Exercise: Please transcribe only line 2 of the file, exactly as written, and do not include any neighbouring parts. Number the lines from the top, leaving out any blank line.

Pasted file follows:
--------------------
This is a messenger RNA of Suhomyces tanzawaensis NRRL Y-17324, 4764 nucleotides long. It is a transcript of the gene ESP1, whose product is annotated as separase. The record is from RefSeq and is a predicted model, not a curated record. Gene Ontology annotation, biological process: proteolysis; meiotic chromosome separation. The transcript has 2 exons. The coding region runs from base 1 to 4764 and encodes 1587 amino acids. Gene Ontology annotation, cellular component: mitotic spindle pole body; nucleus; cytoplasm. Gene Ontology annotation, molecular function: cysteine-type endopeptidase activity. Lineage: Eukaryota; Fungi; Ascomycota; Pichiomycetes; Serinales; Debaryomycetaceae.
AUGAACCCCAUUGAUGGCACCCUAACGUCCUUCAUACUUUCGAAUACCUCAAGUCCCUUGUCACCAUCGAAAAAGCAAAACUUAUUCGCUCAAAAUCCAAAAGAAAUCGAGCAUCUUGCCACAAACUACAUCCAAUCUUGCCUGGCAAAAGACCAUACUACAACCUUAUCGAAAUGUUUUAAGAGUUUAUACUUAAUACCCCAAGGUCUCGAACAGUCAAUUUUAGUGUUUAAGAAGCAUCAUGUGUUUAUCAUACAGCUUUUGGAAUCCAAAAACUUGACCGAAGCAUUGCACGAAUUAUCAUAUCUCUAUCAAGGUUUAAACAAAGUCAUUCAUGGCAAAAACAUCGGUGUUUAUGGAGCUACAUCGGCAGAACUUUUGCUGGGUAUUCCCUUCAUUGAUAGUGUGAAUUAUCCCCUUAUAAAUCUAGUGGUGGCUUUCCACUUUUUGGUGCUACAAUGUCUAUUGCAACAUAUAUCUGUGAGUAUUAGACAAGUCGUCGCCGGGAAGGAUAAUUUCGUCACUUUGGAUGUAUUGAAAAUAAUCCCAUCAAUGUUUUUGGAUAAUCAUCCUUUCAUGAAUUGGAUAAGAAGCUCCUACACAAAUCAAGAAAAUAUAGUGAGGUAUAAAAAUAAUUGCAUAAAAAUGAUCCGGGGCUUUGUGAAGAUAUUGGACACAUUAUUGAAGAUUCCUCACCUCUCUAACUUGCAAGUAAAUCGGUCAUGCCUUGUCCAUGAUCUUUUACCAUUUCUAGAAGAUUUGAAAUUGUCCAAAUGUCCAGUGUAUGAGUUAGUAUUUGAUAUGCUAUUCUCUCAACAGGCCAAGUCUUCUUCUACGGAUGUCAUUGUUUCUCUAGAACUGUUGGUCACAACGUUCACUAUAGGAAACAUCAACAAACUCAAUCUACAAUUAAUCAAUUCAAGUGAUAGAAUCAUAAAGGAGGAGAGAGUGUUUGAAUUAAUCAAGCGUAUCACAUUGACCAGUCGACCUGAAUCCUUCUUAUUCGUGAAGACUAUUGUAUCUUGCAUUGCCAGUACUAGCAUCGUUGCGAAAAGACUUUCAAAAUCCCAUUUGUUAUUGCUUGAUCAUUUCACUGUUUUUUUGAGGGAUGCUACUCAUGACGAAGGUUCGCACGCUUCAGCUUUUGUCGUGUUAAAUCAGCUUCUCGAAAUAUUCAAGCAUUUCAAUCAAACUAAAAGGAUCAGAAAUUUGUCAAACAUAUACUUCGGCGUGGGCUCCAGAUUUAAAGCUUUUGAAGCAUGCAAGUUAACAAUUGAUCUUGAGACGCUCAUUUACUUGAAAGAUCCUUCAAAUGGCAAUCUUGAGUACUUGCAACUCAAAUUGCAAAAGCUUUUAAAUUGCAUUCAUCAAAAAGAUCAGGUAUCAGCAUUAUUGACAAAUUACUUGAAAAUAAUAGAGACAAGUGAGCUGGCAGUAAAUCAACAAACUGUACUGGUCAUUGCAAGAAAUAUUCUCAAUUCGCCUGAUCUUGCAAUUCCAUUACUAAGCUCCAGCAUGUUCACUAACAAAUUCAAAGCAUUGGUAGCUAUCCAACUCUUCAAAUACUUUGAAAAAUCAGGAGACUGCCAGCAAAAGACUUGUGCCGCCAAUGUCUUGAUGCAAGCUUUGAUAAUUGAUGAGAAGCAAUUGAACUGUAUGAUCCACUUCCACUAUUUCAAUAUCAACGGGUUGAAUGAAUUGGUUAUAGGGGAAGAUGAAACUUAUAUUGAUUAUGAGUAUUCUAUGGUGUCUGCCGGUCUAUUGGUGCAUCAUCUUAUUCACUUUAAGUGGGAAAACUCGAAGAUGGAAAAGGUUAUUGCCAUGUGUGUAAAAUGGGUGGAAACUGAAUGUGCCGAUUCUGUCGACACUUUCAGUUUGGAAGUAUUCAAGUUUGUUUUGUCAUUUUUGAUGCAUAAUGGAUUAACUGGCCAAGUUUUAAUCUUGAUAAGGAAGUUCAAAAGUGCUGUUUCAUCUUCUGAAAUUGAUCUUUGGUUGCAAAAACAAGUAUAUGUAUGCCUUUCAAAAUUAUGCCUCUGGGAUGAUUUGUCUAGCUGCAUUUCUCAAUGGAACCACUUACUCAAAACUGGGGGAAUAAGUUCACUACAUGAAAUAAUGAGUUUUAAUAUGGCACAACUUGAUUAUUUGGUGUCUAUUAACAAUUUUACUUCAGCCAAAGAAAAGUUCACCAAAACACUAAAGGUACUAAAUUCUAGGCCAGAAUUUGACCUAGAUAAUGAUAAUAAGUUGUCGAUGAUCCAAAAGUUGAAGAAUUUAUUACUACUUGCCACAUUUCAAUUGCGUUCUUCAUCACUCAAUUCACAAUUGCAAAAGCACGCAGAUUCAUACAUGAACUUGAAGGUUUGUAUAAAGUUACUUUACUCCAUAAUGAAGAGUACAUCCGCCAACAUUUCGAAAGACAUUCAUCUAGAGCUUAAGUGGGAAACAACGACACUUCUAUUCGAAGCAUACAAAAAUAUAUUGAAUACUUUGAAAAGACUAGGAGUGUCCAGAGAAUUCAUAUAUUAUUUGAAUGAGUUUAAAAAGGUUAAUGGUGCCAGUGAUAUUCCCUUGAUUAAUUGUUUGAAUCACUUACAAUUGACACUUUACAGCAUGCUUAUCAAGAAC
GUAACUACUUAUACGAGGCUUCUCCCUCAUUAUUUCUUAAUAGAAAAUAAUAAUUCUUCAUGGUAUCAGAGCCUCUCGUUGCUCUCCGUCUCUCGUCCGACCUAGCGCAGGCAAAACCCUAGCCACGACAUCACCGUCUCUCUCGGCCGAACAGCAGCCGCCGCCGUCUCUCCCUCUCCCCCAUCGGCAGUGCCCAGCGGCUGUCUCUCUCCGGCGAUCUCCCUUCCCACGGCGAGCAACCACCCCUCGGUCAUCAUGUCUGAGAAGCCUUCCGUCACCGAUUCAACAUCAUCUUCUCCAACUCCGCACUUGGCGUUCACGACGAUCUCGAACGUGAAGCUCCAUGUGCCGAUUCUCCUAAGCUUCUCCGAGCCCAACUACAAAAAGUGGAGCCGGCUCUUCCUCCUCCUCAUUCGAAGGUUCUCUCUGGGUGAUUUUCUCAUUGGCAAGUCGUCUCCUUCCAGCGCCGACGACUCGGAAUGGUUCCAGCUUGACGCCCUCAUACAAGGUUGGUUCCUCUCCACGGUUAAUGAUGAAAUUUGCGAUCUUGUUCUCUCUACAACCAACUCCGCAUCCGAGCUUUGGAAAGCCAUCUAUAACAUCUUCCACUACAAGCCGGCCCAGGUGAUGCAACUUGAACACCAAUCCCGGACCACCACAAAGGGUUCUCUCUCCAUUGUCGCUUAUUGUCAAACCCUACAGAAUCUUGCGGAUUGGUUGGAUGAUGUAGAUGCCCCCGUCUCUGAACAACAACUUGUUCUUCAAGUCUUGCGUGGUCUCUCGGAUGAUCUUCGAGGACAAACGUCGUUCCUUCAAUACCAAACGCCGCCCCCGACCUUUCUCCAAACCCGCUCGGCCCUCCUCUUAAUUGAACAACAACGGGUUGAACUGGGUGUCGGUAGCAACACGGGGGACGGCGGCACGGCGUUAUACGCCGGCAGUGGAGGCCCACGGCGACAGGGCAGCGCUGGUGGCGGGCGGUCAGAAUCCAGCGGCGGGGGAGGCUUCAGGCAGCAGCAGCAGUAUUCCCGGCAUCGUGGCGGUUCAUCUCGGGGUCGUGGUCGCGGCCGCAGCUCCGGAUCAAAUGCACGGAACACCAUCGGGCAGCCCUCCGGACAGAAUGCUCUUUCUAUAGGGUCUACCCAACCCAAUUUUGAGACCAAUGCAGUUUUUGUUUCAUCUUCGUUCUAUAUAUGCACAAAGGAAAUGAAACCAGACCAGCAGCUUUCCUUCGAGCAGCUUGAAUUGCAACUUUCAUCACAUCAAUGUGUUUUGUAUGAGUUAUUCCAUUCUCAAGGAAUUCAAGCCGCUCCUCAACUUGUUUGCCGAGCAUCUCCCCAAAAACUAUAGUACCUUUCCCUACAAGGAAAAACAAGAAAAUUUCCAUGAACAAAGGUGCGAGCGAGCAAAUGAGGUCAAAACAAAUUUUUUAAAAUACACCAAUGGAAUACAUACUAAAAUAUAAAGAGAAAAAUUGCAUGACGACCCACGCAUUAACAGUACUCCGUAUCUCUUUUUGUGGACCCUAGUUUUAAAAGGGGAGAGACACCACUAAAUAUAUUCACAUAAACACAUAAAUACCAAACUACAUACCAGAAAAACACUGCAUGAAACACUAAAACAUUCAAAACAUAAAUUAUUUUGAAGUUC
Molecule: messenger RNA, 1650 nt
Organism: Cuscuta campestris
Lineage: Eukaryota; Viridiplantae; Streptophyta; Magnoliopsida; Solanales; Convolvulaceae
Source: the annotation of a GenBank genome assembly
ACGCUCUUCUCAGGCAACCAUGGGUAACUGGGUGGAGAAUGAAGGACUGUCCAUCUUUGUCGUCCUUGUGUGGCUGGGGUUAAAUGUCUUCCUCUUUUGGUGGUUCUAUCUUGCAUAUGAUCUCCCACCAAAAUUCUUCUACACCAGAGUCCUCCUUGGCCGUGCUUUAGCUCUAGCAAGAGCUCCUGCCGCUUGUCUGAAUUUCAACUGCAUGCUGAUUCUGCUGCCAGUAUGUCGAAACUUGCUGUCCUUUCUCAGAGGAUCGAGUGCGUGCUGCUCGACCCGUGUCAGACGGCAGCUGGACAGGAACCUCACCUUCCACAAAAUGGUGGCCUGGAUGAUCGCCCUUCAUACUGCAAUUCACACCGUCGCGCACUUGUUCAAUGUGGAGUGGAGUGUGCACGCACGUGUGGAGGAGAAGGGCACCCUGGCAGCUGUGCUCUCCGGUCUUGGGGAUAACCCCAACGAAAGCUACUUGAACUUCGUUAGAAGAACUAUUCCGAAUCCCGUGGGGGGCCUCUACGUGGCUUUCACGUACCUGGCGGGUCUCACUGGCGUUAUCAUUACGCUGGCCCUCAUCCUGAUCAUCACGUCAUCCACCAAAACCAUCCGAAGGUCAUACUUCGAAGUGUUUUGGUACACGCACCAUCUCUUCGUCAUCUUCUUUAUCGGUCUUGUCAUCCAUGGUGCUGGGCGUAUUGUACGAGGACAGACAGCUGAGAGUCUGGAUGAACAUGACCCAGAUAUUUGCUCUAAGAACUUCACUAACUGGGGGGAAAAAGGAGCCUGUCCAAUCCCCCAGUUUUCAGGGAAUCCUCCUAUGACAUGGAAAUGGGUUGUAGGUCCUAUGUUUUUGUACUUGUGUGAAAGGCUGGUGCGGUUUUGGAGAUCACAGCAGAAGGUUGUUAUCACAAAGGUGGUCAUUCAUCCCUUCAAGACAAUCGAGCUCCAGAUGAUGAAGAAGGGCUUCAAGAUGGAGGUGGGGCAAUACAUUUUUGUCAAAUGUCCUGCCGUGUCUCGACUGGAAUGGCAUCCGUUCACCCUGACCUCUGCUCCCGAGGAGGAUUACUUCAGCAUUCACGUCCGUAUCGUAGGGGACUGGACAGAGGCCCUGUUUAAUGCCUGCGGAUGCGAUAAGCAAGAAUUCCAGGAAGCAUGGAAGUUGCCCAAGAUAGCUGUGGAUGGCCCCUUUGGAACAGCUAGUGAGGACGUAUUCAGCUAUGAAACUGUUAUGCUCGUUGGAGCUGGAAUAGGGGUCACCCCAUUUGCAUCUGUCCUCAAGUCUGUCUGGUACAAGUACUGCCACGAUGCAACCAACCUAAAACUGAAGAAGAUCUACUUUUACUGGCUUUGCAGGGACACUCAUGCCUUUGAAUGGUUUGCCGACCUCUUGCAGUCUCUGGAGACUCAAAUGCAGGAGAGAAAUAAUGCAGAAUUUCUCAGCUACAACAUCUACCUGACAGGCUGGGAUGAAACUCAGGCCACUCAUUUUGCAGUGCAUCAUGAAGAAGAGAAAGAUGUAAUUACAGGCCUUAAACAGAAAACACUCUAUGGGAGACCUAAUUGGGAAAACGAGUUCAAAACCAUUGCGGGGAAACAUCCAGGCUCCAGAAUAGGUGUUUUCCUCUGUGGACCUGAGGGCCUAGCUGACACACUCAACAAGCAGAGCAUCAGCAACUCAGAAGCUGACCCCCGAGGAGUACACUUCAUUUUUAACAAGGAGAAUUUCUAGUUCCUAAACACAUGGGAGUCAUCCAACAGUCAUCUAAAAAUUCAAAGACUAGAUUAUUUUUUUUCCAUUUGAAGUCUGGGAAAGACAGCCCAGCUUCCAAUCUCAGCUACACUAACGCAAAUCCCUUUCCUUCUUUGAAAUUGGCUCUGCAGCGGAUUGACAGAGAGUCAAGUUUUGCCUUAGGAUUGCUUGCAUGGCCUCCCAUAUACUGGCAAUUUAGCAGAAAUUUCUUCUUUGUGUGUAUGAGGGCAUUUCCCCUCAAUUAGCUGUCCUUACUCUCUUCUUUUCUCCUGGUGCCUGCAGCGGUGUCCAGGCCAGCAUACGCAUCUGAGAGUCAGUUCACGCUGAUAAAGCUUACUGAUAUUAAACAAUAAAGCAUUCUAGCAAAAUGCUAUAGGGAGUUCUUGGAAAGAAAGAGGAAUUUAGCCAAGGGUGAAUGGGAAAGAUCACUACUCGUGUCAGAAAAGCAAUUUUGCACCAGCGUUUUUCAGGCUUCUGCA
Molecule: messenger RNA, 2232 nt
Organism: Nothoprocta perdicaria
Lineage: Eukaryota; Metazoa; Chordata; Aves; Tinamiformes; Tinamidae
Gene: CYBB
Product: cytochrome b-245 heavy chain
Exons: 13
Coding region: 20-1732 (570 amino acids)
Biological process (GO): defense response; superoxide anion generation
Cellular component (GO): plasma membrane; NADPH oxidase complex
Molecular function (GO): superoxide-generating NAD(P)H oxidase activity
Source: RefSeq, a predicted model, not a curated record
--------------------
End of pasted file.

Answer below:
AUGAACCCCAUUGAUGGCACCCUAACGUCCUUCAUACUUUCGAAUACCUCAAGUCCCUUGUCACCAUCGAAAAAGCAAAACUUAUUCGCUCAAAAUCCAAAAGAAAUCGAGCAUCUUGCCACAAACUACAUCCAAUCUUGCCUGGCAAAAGACCAUACUACAACCUUAUCGAAAUGUUUUAAGAGUUUAUACUUAAUACCCCAAGGUCUCGAACAGUCAAUUUUAGUGUUUAAGAAGCAUCAUGUGUUUAUCAUACAGCUUUUGGAAUCCAAAAACUUGACCGAAGCAUUGCACGAAUUAUCAUAUCUCUAUCAAGGUUUAAACAAAGUCAUUCAUGGCAAAAACAUCGGUGUUUAUGGAGCUACAUCGGCAGAACUUUUGCUGGGUAUUCCCUUCAUUGAUAGUGUGAAUUAUCCCCUUAUAAAUCUAGUGGUGGCUUUCCACUUUUUGGUGCUACAAUGUCUAUUGCAACAUAUAUCUGUGAGUAUUAGACAAGUCGUCGCCGGGAAGGAUAAUUUCGUCACUUUGGAUGUAUUGAAAAUAAUCCCAUCAAUGUUUUUGGAUAAUCAUCCUUUCAUGAAUUGGAUAAGAAGCUCCUACACAAAUCAAGAAAAUAUAGUGAGGUAUAAAAAUAAUUGCAUAAAAAUGAUCCGGGGCUUUGUGAAGAUAUUGGACACAUUAUUGAAGAUUCCUCACCUCUCUAACUUGCAAGUAAAUCGGUCAUGCCUUGUCCAUGAUCUUUUACCAUUUCUAGAAGAUUUGAAAUUGUCCAAAUGUCCAGUGUAUGAGUUAGUAUUUGAUAUGCUAUUCUCUCAACAGGCCAAGUCUUCUUCUACGGAUGUCAUUGUUUCUCUAGAACUGUUGGUCACAACGUUCACUAUAGGAAACAUCAACAAACUCAAUCUACAAUUAAUCAAUUCAAGUGAUAGAAUCAUAAAGGAGGAGAGAGUGUUUGAAUUAAUCAAGCGUAUCACAUUGACCAGUCGACCUGAAUCCUUCUUAUUCGUGAAGACUAUUGUAUCUUGCAUUGCCAGUACUAGCAUCGUUGCGAAAAGACUUUCAAAAUCCCAUUUGUUAUUGCUUGAUCAUUUCACUGUUUUUUUGAGGGAUGCUACUCAUGACGAAGGUUCGCACGCUUCAGCUUUUGUCGUGUUAAAUCAGCUUCUCGAAAUAUUCAAGCAUUUCAAUCAAACUAAAAGGAUCAGAAAUUUGUCAAACAUAUACUUCGGCGUGGGCUCCAGAUUUAAAGCUUUUGAAGCAUGCAAGUUAACAAUUGAUCUUGAGACGCUCAUUUACUUGAAAGAUCCUUCAAAUGGCAAUCUUGAGUACUUGCAACUCAAAUUGCAAAAGCUUUUAAAUUGCAUUCAUCAAAAAGAUCAGGUAUCAGCAUUAUUGACAAAUUACUUGAAAAUAAUAGAGACAAGUGAGCUGGCAGUAAAUCAACAAACUGUACUGGUCAUUGCAAGAAAUAUUCUCAAUUCGCCUGAUCUUGCAAUUCCAUUACUAAGCUCCAGCAUGUUCACUAACAAAUUCAAAGCAUUGGUAGCUAUCCAACUCUUCAAAUACUUUGAAAAAUCAGGAGACUGCCAGCAAAAGACUUGUGCCGCCAAUGUCUUGAUGCAAGCUUUGAUAAUUGAUGAGAAGCAAUUGAACUGUAUGAUCCACUUCCACUAUUUCAAUAUCAACGGGUUGAAUGAAUUGGUUAUAGGGGAAGAUGAAACUUAUAUUGAUUAUGAGUAUUCUAUGGUGUCUGCCGGUCUAUUGGUGCAUCAUCUUAUUCACUUUAAGUGGGAAAACUCGAAGAUGGAAAAGGUUAUUGCCAUGUGUGUAAAAUGGGUGGAAACUGAAUGUGCCGAUUCUGUCGACACUUUCAGUUUGGAAGUAUUCAAGUUUGUUUUGUCAUUUUUGAUGCAUAAUGGAUUAACUGGCCAAGUUUUAAUCUUGAUAAGGAAGUUCAAAAGUGCUGUUUCAUCUUCUGAAAUUGAUCUUUGGUUGCAAAAACAAGUAUAUGUAUGCCUUUCAAAAUUAUGCCUCUGGGAUGAUUUGUCUAGCUGCAUUUCUCAAUGGAACCACUUACUCAAAACUGGGGGAAUAAGUUCACUACAUGAAAUAAUGAGUUUUAAUAUGGCACAACUUGAUUAUUUGGUGUCUAUUAACAAUUUUACUUCAGCCAAAGAAAAGUUCACCAAAACACUAAAGGUACUAAAUUCUAGGCCAGAAUUUGACCUAGAUAAUGAUAAUAAGUUGUCGAUGAUCCAAAAGUUGAAGAAUUUAUUACUACUUGCCACAUUUCAAUUGCGUUCUUCAUCACUCAAUUCACAAUUGCAAAAGCACGCAGAUUCAUACAUGAACUUGAAGGUUUGUAUAAAGUUACUUUACUCCAUAAUGAAGAGUACAUCCGCCAACAUUUCGAAAGACAUUCAUCUAGAGCUUAAGUGGGAAACAACGACACUUCUAUUCGAAGCAUACAAAAAUAUAUUGAAUACUUUGAAAAGACUAGGAGUGUCCAGAGAAUUCAUAUAUUAUUUGAAUGAGUUUAAAAAGGUUAAUGGUGCCAGUGAUAUUCCCUUGAUUAAUUGUUUGAAUCACUUACAAUUGACACUUUACAGCAUGCUUAUCAAGAAC